Unafraid to tackle controversial issues, Ghariokwu addressed skin bleaching with his 1971 Yellow Fever cover, which featured an unabashed portrait of a bare breasted African woman, while the 1977 Fear Not Man sleeve saw hand-drawn type and letters made from cut-out faces of Nigerians, pasted over photography.
The artist didn’t shy away from depicting the controversy that often surrounded Kuti, illustrating the first police attack on the musician’s Kalakuta commune in 1974 for the cover of Kalakuta Show, which features the musician’s face looming over the blue shirts of a swarm of officers. The cover is a grim foreshadowing of what would come in 1977, when Kuti’s compound was completely destroyed by soldiers.
The artist also showed a willingness to take risks, portraying demonic versions of Margaret Thatcher and Ronald Reagan on the cover of Beasts of No Nation, alongside images of rats dressed in Nigerian army uniform. In an interview with CNN, Ghariokwu noted the hazards that came with this, describing it as “a dangerous cover”.
“I’ve been lucky because the powers that be don’t take visual art too seriously; they don’t know the power that it has, so that’s why I escaped getting arrested,” he said.
On occasion, Ghariokwu took a less political and more personal stance, with the designer referring back to some of his favourite reggae album covers with 1975’s Everything Scatter with a photomontage of Kuti’s youth movement Young African Pioneers.
Completely self taught, his approach is so varied that he says journalists often express disbelief that he’s responsible for such a range of artwork.
“My style became very eclectic,” he says. “It depended on how I was feeling, or the vibe towards a particular song, and that determined the style I would use for the cover. Sometimes this was photomontage or collage or caricature, sometimes I did oil painting or illustration.”
Despite the variety of his approaches, Ghariokwu’s work remains united by his belief in art’s ability to address social and political issues. Speaking on the phone the designer describes feeling a social responsibility as an artist – a way for him to address the world with the same ‘warrior spirit’ as Kuti.
The partnership between the two, however productive, hasn’t been without its moments of conflict. The 1977 artwork for JJD saw Ghariokwu sneak an initially rejected oil painting of a man in jeans dropping from an airplane onto the back of a double sleeve album – a decision Kuti apparently considered “below the belt”.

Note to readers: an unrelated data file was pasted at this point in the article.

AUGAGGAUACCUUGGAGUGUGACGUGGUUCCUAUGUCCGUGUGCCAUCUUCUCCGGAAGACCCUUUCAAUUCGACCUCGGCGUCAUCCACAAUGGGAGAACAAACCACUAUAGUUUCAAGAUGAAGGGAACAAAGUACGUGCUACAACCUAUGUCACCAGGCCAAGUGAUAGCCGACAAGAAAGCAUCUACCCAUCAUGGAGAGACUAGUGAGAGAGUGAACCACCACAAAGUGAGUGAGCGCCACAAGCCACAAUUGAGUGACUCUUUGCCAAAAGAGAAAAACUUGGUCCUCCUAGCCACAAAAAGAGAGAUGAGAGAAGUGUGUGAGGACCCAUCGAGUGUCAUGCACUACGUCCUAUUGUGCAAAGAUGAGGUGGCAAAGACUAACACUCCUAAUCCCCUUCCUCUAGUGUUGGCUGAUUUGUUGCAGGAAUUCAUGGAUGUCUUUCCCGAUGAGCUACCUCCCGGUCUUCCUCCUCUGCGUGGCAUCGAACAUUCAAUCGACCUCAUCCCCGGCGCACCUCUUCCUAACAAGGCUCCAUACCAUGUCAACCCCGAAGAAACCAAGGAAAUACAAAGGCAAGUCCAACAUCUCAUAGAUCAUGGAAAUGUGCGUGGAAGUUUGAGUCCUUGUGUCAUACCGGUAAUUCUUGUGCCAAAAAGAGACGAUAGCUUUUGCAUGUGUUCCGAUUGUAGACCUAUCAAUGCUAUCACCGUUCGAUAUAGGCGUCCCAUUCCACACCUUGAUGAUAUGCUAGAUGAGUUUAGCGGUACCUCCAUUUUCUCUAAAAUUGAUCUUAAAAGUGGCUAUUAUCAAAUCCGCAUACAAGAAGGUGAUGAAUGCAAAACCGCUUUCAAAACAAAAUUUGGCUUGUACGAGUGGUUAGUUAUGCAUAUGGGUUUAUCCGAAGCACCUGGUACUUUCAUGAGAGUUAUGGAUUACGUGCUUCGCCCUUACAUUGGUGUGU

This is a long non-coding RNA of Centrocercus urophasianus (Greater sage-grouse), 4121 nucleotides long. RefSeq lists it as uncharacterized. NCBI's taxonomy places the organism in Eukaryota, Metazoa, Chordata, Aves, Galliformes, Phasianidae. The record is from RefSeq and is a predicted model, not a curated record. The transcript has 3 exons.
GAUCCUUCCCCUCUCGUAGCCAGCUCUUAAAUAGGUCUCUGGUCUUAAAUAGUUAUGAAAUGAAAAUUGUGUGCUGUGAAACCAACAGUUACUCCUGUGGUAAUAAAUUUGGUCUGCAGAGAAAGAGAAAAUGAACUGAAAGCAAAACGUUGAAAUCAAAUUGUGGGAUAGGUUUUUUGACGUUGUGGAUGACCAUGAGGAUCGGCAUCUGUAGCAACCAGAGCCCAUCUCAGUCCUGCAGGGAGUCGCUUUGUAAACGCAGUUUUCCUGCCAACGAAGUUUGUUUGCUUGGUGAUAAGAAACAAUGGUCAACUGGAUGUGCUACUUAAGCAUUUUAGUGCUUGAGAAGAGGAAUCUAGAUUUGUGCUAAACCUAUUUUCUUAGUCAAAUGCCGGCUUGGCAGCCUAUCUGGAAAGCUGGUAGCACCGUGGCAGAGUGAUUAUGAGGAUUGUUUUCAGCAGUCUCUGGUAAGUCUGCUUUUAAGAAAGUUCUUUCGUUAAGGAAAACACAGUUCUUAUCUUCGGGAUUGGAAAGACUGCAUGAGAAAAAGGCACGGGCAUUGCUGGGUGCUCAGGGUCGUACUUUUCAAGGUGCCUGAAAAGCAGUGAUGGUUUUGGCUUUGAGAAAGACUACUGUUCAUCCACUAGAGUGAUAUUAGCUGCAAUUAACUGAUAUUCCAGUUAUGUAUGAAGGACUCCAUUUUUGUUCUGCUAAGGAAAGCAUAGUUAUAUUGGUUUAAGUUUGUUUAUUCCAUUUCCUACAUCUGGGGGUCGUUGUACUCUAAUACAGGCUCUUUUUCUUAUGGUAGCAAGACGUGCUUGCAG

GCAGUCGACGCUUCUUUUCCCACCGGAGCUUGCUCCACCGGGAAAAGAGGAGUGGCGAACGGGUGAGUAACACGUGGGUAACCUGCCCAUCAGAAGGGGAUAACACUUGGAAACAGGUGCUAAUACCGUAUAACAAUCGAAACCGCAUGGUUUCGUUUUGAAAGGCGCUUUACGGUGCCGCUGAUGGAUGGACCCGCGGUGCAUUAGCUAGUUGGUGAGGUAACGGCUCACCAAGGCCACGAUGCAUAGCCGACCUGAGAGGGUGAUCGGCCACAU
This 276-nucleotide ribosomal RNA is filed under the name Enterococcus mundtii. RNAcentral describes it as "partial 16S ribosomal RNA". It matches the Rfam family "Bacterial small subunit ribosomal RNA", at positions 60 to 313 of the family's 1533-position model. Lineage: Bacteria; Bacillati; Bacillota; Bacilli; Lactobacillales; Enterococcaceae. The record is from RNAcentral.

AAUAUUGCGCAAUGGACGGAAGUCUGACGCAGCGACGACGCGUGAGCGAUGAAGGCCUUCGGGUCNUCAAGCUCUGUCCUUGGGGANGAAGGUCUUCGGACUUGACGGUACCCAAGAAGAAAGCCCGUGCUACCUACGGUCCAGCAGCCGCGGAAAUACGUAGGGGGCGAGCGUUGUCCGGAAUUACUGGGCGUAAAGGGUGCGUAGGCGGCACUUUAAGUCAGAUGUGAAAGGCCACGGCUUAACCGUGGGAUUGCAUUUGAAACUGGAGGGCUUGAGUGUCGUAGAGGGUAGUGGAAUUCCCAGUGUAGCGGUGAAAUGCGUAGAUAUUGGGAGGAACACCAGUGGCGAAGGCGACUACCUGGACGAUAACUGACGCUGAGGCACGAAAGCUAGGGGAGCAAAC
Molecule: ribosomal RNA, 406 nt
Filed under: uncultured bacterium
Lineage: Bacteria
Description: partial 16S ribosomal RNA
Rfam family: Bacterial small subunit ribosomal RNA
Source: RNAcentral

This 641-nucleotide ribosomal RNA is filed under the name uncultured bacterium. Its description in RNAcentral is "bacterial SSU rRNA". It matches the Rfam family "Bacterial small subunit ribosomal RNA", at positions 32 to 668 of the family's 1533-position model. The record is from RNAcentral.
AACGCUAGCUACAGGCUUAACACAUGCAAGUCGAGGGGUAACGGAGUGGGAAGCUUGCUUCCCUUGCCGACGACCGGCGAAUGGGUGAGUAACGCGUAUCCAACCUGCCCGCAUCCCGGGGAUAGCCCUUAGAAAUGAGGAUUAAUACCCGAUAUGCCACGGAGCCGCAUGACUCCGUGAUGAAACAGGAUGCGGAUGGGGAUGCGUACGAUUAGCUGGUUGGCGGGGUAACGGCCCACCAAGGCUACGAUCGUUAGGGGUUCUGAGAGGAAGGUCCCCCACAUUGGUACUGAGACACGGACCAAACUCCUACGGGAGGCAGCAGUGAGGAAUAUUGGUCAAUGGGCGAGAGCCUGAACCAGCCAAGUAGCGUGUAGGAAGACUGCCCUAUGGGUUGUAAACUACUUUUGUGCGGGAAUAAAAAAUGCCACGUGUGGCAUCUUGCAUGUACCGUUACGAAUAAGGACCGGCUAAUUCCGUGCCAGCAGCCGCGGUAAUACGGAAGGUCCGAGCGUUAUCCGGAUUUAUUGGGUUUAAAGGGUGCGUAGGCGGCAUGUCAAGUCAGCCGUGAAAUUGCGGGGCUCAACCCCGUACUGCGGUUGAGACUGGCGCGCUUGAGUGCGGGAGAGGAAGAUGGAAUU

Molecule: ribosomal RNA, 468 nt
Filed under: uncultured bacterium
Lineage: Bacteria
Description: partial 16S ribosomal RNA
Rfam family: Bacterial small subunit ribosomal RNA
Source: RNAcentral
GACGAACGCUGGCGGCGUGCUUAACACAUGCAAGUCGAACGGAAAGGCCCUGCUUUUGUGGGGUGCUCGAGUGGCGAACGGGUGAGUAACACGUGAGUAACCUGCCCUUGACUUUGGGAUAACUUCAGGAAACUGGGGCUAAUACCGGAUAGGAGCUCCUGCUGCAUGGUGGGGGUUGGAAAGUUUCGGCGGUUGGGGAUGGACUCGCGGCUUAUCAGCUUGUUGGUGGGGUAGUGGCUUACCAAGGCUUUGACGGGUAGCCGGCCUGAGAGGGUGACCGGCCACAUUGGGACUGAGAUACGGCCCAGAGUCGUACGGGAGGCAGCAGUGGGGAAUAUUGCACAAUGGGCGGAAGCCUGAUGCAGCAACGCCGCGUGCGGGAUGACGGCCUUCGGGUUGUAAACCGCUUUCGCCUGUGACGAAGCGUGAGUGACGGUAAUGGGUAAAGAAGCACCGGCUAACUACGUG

Despite this, the pair’s relationship has been characterised by a remarkable level of understanding, with Ghariokwu given complete creative freedom when it came to dealing with artwork. The designer was able to respond intuitively to albums, either using the lyrics as a source of inspiration or creating artwork that functioned as a ‘megaphone’ for the wider message Kuti was trying to convey.
The longstanding relationship between the two also allowed the designer to include his own ‘designer’s comments’ column on the backs of covers. Here, Ghariokwu included written pieces that provided a supplement to the music, as well as a commentary on his own work – a rarity considering how frequently designers are lacking even the most basic credit.
“That’s one of many things that I will never forget Fela for,” says the designer. “I’ll always be eternally grateful for the opportunities he gave me. I was like a comrade in arms with him because I shared the ideology in totality.”
“When I met him I became an acolyte and he was my master,” he adds. “I just imbibed all that.”
It’s precisely this relationship that makes Ghariokwu’s work so compelling. The artist’s uncompromising approach is a mouthpiece for Kuti’s own militant message, communicated loud and clear in paint and photography. Even decades later, the designer’s fiery colours and striking subject matter still sears into the brain, with contemporary cover designers offering little in the way of comparison.